GENEVA: [24th October 2016] Fungal infection causes around half of AIDS-related deaths, of which there were 1,100,000 in 20151. A first of its kind analysis – ‘Modelling reduction in AIDS deaths’ by the University of Manchester’s Professor David W Denning2 and published today in Philosophical Transactions of the Royal Society B3 – suggests that the opportunity to save lives is being missed.
Using 2013 data of 1.5m deaths from AIDS, around 47% (700,000) were attributable to the four most common lethal fungal infections4 and 24% (360,000) to tuberculosis (TB). Scenarios and projections to 2020 for the reduction of avoidable deaths were constructed based on published outcomes of the real-life impact of diagnostics and generic antifungal drugs. The Global Action Fund for Fungal Infections (GAFFI) concluded that access to rapid diagnostics and antifungals could prevent just over 1,000,000 deaths by 2020.
GAFFI analysis predicts that on the current trajectory there will be 740,000 AIDS-related deaths in 2020. GAFFI is calling for a global focus on identifying and treating fungal diseases which could reduce this figure by 42% to 426,000.
Accelerating a reduction in AIDS-related deaths: With improved access to antiretroviral therapy and a focus on diagnosing TB co-infection, deaths from AIDS have been falling. However, progress is slower than anticipated across the world. The UNAIDS aspirational target of zero AIDS deaths by 2015 was not met5: however, on UNAIDS numbers, there was a 41% reduction in lives lost (from 2010 at 1.76 m to 1.1 m in 2015).
Continued failure to focus efforts on advanced HIV infection and the 47% with fungal infections means the current UNAIDS target of fewer than 500,000 annual deaths by 20206 will almost certainly be missed - as was the aspirational target of zero AIDS deaths by 2015. Retention in care is a major factor but it is late presentation with overwhelming infection that is GAFFI’s primary concern.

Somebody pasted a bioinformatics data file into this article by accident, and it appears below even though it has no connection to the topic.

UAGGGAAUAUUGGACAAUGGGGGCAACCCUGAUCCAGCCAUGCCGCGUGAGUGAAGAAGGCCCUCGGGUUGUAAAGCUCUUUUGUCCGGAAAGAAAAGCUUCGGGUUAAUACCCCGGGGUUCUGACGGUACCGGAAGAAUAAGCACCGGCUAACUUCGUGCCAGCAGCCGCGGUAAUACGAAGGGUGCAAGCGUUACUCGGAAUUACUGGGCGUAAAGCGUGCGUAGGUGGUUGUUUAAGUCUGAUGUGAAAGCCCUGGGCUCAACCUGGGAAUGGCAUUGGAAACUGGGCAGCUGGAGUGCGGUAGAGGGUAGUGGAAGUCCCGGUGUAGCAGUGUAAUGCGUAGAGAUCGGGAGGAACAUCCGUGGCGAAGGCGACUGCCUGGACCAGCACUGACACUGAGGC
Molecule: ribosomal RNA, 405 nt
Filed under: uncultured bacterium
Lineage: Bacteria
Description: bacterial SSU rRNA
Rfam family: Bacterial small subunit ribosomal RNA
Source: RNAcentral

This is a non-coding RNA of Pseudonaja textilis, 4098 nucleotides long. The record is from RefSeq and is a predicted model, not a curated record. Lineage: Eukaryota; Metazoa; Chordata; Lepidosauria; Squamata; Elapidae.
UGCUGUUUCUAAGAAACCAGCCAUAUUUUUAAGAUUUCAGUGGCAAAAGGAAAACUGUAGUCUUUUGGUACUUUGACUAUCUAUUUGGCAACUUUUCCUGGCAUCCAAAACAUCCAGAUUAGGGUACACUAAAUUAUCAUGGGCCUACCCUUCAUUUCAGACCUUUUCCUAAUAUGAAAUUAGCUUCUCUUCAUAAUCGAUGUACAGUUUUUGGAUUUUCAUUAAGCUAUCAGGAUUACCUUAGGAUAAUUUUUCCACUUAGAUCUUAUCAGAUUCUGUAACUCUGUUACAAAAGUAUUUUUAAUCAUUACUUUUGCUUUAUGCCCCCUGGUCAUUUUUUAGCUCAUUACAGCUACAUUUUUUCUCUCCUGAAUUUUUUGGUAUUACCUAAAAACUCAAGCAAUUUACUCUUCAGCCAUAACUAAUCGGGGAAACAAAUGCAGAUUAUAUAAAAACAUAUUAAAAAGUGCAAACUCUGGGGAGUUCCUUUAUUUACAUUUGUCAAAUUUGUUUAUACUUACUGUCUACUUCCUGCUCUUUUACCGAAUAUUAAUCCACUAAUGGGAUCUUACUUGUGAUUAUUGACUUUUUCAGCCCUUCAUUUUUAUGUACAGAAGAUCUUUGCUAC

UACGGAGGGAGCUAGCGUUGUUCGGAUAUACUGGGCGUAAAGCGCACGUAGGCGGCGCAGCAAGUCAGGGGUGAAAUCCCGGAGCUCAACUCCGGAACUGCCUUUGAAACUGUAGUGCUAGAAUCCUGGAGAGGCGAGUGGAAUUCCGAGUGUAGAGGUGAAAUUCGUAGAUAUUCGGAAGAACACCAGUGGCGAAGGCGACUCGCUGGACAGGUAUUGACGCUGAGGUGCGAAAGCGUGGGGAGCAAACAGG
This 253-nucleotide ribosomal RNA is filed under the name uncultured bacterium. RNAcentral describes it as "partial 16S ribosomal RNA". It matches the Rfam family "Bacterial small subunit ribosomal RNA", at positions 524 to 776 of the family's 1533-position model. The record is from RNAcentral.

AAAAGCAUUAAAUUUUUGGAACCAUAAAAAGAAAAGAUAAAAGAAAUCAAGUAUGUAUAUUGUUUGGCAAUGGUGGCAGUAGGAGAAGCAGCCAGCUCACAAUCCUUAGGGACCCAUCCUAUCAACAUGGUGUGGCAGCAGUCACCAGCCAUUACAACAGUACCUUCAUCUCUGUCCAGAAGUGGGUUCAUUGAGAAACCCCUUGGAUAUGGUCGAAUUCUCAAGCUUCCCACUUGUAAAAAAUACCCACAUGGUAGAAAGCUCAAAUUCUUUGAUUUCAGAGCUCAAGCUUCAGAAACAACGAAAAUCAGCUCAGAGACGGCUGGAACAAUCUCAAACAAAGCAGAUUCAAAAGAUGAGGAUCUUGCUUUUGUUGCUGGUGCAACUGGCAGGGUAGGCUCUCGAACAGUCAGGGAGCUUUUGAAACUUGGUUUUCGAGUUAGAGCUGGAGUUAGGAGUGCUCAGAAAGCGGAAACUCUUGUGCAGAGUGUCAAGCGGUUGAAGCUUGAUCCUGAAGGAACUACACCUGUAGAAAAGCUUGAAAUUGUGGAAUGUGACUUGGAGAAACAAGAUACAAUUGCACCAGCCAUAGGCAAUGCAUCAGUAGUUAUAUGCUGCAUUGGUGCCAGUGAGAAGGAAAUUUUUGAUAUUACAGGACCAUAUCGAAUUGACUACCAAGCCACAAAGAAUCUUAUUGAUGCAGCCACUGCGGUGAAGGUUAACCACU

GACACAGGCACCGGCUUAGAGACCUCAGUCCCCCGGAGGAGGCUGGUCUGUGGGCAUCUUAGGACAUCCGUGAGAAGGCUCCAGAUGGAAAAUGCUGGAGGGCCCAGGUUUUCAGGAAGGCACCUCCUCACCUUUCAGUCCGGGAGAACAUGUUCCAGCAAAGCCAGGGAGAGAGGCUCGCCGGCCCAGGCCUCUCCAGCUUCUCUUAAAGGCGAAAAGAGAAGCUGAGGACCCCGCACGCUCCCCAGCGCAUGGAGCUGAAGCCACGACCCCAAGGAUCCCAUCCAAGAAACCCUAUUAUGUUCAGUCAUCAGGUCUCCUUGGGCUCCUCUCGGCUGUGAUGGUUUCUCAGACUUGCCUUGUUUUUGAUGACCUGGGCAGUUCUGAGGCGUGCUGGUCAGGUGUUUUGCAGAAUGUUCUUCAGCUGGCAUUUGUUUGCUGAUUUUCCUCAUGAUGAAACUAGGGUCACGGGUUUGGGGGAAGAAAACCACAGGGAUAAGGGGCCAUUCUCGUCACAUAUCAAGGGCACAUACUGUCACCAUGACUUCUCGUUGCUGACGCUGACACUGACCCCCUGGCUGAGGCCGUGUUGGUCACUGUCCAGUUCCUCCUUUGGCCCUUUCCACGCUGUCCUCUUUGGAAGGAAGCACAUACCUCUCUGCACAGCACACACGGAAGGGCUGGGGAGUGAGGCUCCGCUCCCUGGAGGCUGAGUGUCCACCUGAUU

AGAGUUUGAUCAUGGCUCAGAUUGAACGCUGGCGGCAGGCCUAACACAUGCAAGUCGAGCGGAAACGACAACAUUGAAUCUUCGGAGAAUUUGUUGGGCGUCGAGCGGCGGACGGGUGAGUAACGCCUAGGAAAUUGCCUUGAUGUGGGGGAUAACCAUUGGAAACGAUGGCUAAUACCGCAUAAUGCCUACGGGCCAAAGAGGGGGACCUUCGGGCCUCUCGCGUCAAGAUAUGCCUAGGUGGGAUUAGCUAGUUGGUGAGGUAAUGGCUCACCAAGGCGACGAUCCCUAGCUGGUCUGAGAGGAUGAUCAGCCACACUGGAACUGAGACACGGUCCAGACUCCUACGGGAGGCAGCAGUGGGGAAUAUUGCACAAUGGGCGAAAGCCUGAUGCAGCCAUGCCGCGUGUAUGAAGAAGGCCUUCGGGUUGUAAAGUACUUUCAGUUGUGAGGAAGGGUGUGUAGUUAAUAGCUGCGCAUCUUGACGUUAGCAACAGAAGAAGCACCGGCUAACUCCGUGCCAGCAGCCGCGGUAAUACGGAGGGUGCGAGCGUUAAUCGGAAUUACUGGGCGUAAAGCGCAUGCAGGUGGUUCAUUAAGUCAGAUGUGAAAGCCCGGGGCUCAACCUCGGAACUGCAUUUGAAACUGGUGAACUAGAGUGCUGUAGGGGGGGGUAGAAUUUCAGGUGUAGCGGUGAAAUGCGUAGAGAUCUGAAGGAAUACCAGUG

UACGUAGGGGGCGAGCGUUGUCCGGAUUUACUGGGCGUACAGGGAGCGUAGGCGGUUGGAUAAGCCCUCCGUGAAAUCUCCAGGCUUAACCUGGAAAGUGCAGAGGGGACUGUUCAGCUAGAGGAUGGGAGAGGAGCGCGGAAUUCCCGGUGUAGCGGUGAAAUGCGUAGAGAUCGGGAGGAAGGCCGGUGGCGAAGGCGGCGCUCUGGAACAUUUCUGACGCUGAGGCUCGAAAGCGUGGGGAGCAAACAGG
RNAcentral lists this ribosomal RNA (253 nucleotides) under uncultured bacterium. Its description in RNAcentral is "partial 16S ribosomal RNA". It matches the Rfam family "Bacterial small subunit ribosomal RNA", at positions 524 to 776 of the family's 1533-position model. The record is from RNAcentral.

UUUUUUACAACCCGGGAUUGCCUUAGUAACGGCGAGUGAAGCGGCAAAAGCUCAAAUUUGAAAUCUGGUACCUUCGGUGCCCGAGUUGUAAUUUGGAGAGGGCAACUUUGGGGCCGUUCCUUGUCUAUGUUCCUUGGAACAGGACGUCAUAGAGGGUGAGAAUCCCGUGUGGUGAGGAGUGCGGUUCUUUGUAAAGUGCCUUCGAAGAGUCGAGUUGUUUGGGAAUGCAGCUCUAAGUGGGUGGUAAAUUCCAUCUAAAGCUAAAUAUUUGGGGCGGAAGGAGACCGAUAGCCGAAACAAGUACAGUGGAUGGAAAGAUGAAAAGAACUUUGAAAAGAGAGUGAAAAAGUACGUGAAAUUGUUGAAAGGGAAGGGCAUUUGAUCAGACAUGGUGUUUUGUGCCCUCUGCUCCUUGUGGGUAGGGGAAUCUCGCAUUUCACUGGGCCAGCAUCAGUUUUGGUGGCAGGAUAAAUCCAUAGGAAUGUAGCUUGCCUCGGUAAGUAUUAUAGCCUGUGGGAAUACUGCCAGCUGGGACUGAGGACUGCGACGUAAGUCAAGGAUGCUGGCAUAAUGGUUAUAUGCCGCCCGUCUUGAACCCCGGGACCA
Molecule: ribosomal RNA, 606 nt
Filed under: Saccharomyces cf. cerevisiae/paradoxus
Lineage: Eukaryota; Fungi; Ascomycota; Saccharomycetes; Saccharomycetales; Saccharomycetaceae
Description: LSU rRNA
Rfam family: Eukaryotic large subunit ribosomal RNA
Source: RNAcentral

On the third anniversary of GAFFI’s inception, the Foundation established to address access to fungal diagnostics and therapy worldwide, an urgent call is being made to focus attention on preventable opportunistic infections which account for most AIDS-related mortality, with a median age of death in the mid-30s.
Professor David Denning of GAFFI and the University of Manchester, comments: “Too many people die from AIDS, most of them adults in the prime of life. Our analysis shows that diagnosing and treating fungal diseases complicating HIV infection will drive down AIDS deaths in the short term. Action could and should be taken by donors, national and international public health agencies, non-governmental organisations and governments toward achieving the UNAIDS mortality reduction target and the recently announced 2030 Millennium Development Goals.”
Denning continues, “Our projections reveal that by improving access to just 60% of those who need it, over 300,000 lives could be saved per year. By 2020, a total of over a million lives could have been saved, helping to meet the UNAIDS mortality reduction target reducing AIDS deaths to 500,000 per year.”